735 45th Ave NE, Minneapolis (Google Maps tells me that this is in Minneapolis, but I know better...well, it's somewhere in or between the towns of Columbia Heights and Hilltop, next to Fridley.)
When you drive into Dong Yang's parking lot, you're immediately confronted by a giant hardware store next door. That's okay - because Dong Yang is just as big. In fact, Dong Yang's official name is Dong Yang Oriental Foods and is the largest Korean supermarket I know of in the Twin Cities.
Walk in and don't take a cart. You should probably shop after the meal, when you're not hungry. (But Dong Yang has a lot of food - from the Korean equivalent of Pocky to aloe vera juice.) Head to the back of the store and turn left at the meat counter. You'll find an opening with tables, chairs and a counter. This is Dong Yang's restaurant: the decor is lacking, but clean. On Sunday lunches, it's full. It's also self-service, so choose what you want from the signs on the wall surrounding the counter that comprise the menu and pay up.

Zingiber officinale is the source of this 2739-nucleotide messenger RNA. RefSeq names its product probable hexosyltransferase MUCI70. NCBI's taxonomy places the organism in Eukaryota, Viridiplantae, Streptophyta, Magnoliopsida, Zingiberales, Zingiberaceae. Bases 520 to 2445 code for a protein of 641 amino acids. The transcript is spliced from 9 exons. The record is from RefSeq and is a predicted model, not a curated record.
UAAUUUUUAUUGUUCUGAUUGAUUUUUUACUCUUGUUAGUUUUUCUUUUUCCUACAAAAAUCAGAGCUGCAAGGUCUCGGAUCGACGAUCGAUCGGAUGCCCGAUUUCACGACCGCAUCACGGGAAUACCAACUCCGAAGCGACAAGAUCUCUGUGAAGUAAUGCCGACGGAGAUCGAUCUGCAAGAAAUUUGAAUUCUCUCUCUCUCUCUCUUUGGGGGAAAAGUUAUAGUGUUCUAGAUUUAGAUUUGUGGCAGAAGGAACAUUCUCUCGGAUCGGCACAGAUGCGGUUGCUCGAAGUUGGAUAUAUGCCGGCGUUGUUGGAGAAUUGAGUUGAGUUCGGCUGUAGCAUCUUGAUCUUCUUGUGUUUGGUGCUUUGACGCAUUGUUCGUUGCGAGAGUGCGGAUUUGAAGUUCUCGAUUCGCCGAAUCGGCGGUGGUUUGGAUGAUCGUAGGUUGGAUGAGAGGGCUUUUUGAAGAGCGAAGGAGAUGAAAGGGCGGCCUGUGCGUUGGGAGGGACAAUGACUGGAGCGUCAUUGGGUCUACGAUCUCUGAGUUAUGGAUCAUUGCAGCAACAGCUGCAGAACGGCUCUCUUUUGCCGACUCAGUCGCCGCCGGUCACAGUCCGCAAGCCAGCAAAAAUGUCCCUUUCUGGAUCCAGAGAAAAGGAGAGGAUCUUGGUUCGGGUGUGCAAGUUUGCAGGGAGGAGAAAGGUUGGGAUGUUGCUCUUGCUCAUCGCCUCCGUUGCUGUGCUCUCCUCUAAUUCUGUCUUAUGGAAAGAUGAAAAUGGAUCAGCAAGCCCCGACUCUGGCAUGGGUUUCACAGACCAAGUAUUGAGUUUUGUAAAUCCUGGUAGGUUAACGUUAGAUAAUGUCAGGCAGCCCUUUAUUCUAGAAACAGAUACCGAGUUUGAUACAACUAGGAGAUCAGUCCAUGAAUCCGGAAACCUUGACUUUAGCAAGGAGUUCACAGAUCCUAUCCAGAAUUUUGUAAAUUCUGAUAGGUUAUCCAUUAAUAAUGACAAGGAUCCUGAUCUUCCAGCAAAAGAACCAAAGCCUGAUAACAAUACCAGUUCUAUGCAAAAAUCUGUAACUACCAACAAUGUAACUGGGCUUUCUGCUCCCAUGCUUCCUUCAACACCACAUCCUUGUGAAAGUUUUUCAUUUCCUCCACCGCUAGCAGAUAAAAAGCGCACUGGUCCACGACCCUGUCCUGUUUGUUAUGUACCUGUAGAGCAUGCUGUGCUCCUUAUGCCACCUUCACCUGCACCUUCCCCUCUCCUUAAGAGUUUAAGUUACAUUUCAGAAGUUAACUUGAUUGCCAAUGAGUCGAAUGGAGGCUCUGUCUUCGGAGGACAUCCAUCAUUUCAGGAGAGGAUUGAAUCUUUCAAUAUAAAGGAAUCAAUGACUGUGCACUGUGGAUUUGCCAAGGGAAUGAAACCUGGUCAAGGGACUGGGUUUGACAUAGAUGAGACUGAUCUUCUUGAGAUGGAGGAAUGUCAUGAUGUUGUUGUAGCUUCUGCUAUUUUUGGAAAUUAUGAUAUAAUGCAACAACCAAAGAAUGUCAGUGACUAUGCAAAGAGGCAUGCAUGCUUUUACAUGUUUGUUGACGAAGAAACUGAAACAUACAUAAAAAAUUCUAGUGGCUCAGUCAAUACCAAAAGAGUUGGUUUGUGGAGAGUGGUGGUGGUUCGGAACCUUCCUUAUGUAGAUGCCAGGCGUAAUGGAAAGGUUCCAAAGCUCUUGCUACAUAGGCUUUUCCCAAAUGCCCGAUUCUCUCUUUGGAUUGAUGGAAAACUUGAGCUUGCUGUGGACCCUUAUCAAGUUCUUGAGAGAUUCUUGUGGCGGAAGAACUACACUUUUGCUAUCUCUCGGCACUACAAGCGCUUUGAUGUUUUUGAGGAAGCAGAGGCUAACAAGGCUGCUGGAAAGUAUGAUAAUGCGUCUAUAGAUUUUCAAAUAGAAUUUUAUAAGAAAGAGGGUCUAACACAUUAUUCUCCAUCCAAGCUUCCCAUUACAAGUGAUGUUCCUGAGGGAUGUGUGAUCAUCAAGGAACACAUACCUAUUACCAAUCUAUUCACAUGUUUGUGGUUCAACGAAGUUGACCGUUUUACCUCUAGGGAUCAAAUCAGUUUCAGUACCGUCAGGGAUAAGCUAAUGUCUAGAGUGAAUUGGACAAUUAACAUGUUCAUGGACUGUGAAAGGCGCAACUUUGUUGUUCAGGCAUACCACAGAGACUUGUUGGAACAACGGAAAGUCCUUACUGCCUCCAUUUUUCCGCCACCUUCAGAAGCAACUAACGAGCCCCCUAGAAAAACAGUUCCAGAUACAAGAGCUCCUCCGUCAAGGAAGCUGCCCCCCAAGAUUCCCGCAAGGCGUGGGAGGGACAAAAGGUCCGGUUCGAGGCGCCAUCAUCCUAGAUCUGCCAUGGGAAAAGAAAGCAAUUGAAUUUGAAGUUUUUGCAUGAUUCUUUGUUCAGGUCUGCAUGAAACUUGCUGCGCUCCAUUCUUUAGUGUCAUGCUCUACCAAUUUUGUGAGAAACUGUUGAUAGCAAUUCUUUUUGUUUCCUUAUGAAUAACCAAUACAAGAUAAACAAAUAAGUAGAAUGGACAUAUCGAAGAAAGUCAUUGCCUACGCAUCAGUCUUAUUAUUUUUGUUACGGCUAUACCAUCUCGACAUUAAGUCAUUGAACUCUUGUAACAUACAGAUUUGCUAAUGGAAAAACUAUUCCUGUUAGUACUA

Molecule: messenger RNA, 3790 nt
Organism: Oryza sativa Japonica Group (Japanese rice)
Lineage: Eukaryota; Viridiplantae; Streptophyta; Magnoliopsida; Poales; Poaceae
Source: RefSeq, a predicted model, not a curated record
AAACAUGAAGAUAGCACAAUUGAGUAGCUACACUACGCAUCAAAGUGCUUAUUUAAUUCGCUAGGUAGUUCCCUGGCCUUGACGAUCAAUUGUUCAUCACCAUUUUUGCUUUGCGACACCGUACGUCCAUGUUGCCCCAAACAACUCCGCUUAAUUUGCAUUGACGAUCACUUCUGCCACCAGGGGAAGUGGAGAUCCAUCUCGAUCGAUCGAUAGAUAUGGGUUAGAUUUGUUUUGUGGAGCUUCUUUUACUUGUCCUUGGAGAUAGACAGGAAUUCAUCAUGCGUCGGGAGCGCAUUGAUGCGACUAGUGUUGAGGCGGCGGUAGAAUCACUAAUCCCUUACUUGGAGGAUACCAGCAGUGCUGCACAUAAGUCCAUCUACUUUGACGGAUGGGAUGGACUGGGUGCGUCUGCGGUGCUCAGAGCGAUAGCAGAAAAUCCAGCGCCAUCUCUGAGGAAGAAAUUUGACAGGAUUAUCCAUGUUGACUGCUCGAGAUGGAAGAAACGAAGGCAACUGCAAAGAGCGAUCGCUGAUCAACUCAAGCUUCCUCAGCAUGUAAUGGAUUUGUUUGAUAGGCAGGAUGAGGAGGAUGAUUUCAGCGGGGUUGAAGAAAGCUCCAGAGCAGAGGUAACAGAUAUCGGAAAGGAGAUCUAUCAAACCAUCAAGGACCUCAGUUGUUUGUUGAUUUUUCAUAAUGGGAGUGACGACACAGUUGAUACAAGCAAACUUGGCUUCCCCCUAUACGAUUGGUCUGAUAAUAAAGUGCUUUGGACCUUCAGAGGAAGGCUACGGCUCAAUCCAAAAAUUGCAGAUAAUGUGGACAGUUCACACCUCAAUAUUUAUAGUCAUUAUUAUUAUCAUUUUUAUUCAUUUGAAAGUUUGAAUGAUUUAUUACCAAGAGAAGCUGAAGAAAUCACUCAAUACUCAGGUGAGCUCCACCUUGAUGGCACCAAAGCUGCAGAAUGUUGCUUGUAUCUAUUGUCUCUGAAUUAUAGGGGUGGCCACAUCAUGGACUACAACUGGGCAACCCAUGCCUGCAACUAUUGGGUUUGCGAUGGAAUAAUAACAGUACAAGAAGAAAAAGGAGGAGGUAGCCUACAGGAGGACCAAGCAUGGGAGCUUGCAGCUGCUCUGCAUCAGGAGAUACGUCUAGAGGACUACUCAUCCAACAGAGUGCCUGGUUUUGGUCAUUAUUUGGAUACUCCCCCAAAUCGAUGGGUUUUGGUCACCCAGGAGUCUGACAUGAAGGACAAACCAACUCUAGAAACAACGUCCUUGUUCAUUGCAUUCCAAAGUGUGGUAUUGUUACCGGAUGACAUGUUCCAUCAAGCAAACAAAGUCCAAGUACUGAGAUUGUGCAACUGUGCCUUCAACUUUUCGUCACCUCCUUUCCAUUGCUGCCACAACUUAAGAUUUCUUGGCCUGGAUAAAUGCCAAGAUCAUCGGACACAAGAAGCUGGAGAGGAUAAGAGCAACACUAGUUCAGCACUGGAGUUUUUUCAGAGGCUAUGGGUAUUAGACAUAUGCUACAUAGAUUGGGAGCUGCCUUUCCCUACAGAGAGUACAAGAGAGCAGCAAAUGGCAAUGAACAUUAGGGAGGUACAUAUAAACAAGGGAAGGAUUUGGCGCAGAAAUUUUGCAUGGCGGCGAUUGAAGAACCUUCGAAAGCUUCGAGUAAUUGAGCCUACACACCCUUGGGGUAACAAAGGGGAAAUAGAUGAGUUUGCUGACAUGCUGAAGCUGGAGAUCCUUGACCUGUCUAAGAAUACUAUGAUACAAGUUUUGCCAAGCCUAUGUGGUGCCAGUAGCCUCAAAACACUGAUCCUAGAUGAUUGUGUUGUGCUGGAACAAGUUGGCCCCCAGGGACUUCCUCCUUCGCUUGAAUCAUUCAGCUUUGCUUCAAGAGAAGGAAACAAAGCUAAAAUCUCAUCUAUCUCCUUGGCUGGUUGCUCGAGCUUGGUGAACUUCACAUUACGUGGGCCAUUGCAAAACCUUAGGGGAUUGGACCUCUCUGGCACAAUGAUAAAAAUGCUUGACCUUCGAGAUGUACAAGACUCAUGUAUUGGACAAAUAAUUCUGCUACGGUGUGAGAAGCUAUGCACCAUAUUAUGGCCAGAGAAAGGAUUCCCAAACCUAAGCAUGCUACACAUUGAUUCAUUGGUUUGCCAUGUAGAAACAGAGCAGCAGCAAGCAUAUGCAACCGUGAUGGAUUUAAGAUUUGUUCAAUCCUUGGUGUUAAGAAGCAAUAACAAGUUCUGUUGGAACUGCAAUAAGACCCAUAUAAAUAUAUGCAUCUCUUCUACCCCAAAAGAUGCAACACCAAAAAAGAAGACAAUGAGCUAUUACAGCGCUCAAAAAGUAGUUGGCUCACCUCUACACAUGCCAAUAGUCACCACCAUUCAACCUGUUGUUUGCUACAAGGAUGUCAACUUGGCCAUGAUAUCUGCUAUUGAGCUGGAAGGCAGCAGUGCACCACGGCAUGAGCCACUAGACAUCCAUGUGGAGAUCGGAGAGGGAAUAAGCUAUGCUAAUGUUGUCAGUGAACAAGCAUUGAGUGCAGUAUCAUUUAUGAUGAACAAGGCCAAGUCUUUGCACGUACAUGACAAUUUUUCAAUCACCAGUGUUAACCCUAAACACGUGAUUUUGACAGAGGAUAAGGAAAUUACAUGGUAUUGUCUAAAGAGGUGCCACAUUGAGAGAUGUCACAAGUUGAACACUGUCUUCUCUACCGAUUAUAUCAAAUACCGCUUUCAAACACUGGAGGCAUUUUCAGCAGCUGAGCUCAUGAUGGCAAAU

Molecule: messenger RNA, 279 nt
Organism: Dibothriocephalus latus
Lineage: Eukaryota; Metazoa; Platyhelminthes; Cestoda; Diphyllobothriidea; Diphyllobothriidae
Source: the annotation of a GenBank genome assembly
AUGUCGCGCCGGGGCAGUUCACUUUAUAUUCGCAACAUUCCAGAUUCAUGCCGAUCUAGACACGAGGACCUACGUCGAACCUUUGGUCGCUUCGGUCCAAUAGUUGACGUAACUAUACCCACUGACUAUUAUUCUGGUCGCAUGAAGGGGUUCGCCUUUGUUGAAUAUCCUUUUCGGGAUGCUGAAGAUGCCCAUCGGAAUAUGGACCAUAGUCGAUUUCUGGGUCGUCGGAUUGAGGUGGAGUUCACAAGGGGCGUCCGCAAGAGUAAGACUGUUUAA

In general, when I go to a Korean restaurant in the area with friends (for example, King's, Mirror of Korea, or Shilla-turned-another-name-I-can't-remember), I order at least one of the following three dishes because they tend to be friend-pleasers:
1) Bibimbap. This is the dish pictured above: it's a large serving of rice covered with cooked vegetables and thin sliced beef, then topped off with an egg. If you request it to be served in a stone bowl (which usually amounts to a $2 price increase), it's a showpiece as it sizzles in the pot. You would also be required to do some cooking work by adding hot sauce to your taste and stirring the rice in the bowl so that it's evenly browned and not too wet.
2)Bulgogi. Thinly sliced, it is Korean barbequed beef with a slightly-sweet marinade of mainly garlic and soy sauce. The secret ingredient, though? Grated Asian pear. At times it is also stirfried with sliced white onion for additional flavor. With large orders, it is often grilled tableside. Bulgogi can be eaten by itself, or wrapped in a lettuce leaf with hot sauce.